Jewish Weddings-Breaking Glass

Breaking of the Glass

The breaking of the glass at the end of a wedding ceremony serves as a reminder of two very important aspects of a marriage. The bride and groom – and everyone – should consider these marriage vows as an irrevocable act – just as permanent and final as the breaking of the glass is unchangeable.

The breaking of the glass also serves as a warning of the frailty of a marriage.

That sometimes a single thoughtless act, breech of trust, or infidelity can damage a marriage in ways that are very difficult to undo – just as it would be so difficult to undo the breaking of this glass. Knowing that this marriage is permanent, the bride and groom should strive to show each other the love and respect befitting their spouse and love of their life.

Jewish Weddings-The Ring

The Wedding Ring

The giving and accepting of an item of value in the presence of witnesses is the most important part of the Jewish wedding ceremony. It has become almost universal Jewish practice to use a ring as the token of the marriage bond. Just as the ring has no beginning and no end, it is the wish of every bride and groom that their love be unending.

One ring, given by the groom to his bride, is required by Jewish law. However, double-ring ceremonies are now the norm.

The ring must be made of plain metal, usually gold, with no precious stones and of one piece. The ring to be given to the bride must belong to the groom. After reciting the marriage proposal aloud, the groom places the ring on the index finger of the bride’s right hand and recites the appropriate betrothal formula.
English Translation: By this ring you are consecrated unto me as my wife in accordance with the law of Moses and the people of Israel.

The bride places the ring on the groom’s finger and recites words from the biblical book “Song of Songs.”
English Translation: I am my beloved’s and my beloved is mine.

Jewish Weddings-Veiling of the Bride

Veiling Of The Bride

After the signing of the Ketubah, a short ceremony called Bedeken – the veiling of the bride – takes place.

In Genesis 24:60, it describes the story of Rebecca’s first meeting with Isaac. As Isaac, who is to be her husband, approaches, “she took her veil and covered herself.” Thus, when the groom lowers his bride’s veil, she is blessed with the words offered to Rebecca by her mother and brother, before she left for her marriage to Isaac: “Oh sister, may you grow into thousands of myriads…” The Rabbi recites verses of blessing as the groom veils the bride.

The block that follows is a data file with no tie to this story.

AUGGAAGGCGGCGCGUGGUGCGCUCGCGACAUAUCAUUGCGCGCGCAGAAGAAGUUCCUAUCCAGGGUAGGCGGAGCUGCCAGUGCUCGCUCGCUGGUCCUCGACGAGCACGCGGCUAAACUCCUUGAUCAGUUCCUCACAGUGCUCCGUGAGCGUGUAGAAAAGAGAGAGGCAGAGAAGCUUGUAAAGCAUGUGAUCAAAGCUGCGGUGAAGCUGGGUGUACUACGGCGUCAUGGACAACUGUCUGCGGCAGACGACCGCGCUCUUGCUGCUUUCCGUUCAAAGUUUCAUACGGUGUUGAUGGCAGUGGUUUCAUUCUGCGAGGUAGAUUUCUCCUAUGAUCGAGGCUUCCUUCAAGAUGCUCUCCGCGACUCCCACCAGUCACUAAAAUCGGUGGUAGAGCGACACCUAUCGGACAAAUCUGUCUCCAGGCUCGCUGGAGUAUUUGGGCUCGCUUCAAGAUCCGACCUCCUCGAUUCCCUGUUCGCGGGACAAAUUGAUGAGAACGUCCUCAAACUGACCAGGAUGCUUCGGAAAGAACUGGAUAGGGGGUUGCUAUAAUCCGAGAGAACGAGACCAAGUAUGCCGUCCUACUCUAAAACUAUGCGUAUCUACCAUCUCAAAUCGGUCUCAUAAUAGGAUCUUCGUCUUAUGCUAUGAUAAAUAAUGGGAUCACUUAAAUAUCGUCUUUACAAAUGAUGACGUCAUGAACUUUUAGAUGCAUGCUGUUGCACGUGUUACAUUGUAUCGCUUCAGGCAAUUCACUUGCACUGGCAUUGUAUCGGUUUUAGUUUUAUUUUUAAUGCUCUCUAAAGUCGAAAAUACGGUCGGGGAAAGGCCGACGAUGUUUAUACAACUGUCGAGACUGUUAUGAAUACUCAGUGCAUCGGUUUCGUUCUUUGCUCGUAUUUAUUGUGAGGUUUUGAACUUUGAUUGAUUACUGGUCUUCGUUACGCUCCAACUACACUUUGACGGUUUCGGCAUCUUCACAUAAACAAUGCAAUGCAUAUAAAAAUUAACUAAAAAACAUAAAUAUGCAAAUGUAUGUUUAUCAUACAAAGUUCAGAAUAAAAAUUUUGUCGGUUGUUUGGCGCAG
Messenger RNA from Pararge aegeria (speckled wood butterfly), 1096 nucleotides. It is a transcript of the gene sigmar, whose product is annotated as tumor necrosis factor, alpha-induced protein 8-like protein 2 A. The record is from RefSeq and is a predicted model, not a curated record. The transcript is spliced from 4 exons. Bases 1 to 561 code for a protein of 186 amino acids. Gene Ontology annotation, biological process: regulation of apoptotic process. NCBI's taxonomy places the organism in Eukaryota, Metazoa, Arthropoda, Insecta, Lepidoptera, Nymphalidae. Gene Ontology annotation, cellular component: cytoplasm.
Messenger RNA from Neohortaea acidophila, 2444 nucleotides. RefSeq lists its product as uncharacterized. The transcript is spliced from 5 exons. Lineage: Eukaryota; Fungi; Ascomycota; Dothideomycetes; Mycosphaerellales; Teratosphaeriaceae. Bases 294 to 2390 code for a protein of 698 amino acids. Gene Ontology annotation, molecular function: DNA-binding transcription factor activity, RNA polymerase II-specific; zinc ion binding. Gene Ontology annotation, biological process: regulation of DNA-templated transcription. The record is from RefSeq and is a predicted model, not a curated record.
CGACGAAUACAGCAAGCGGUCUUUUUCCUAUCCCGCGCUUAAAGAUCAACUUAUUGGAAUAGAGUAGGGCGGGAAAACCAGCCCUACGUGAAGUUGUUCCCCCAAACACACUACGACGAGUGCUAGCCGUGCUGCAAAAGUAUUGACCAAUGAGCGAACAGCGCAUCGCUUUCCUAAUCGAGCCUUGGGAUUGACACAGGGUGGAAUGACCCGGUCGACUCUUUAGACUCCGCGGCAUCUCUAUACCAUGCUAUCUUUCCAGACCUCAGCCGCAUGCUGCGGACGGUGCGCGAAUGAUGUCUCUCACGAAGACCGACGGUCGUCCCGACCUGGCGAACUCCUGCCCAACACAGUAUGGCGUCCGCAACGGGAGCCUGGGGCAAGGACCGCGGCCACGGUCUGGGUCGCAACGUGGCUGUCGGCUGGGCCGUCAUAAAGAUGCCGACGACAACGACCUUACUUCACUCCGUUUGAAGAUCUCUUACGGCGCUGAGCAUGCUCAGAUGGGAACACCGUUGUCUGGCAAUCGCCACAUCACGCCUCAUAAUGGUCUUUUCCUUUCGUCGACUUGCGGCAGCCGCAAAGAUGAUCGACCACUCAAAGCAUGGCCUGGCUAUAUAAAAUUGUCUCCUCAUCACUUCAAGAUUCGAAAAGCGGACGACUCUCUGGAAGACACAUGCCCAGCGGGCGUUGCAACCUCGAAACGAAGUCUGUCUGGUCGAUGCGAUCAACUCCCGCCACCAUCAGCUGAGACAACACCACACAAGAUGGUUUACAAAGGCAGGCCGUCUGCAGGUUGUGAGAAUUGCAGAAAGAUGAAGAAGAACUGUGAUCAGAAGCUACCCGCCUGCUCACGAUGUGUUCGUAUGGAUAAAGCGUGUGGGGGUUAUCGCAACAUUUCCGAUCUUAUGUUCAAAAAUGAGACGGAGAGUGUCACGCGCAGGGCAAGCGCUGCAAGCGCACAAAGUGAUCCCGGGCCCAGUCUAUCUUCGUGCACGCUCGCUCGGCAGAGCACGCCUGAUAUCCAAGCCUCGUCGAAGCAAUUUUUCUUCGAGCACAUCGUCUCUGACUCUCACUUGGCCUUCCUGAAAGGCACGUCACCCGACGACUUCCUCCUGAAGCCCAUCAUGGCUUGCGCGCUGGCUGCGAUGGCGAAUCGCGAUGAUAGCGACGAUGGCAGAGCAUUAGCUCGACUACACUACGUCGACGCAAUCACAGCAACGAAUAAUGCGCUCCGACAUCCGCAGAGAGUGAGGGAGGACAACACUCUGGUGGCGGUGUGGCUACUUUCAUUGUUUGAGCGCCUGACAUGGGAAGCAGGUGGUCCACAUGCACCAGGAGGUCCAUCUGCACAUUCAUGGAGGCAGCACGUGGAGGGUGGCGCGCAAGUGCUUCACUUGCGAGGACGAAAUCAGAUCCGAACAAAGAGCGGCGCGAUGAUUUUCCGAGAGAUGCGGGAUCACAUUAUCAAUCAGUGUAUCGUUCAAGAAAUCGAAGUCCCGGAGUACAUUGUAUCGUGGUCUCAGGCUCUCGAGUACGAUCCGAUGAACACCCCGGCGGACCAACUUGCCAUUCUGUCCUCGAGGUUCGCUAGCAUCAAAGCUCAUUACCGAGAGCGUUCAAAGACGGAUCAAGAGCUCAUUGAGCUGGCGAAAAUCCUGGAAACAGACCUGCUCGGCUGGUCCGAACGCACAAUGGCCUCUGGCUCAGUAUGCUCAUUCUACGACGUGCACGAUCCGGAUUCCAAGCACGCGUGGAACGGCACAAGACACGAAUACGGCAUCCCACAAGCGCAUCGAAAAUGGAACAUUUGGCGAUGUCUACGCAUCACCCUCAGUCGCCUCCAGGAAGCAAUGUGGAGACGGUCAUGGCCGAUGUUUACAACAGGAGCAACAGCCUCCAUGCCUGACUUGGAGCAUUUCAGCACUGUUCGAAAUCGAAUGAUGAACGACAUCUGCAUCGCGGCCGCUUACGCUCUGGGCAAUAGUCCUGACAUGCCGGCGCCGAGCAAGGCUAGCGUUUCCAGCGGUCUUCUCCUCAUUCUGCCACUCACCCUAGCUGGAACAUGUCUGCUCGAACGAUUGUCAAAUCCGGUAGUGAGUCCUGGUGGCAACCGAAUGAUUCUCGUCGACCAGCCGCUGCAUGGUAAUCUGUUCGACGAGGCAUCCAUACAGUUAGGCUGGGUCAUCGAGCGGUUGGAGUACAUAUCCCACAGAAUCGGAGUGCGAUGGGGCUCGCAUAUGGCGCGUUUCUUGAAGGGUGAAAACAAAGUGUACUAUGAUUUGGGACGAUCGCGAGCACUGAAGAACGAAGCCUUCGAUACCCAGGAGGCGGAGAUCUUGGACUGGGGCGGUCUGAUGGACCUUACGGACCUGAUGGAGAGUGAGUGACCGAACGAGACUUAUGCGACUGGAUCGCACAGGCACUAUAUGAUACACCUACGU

Jewish Weddings-The Wedding Procession

The Wedding Procession

The custom of escorting the bride and groom to the Chuppah is an ancient one. Throughout Jewish history, brides and grooms have been compared to kings and queens, who always appear with an entourage. The tradition of attendants continues to this day.

The order of the procession and the number of participants is not fixed by Jewish Law. Some customs have continued over the years, and these may help serve as guides. The family may decide the order of the procession and who stands under the Chuppah. Non-Jews may be part of the wedding procession. Many families provide for a marriage coordinator to aid in facilitating these arrangements.

Since Judaism has always emphasized the important role of parents, it is usual for the couple to be escorted by their parents or to have their parents stand at their side under the Chuppah. At the conclusion of the wedding ceremony, the bride and groom walk down the aisle together, followed in reverse order by those who participated in the processional.

Jewish Weddings-The Chuppah

The Chuppah

The central symbol of the wedding is the Chuppah or wedding canopy under which the bride and groom stand.

The Chuppah, representing the home they will establish together, has four corner posts but no walls.

Traditionally, the bride’s and groom’s parents stand around the couple beneath the Chuppah to symbolize that parents are the foundation upon which the bride and groom will establish their own home.
The open walls of the Chuppah indicate that the couple’s new home should be open, an integral part of their extended family and community.

Jewish Wedding-Selecting a Wedding Date

Selecting a Wedding Date

The selection of your wedding date will, to some extent, reflect your personal priorities. You will also need to take into account schedules and prior commitments of the clergy, as well as your close family and special friends. Please remember that Jewish tradition also places some limitations on the choice of a wedding date.

Such as:
Weddings are not held on the Sabbath
Weddings are not held on major Jewish holidays or Chol Ha-Moed
In addition, marriage is considered a legal transaction, and such transactions are not permitted on the Sabbath and Festivals.
Days commemorating tragic events in Jewish history are also not appropriate times for a marriage celebration. (The three weeks prior to Tisha B’av from 17 Tammuz to 9 Av and minor Fast Days).
Conservative practice does permit weddings to be held during the S’fira period from the end of Passover to Shavuot.
On Saturday nights, a wedding ceremony is to begin no earlier than two hours after sundown.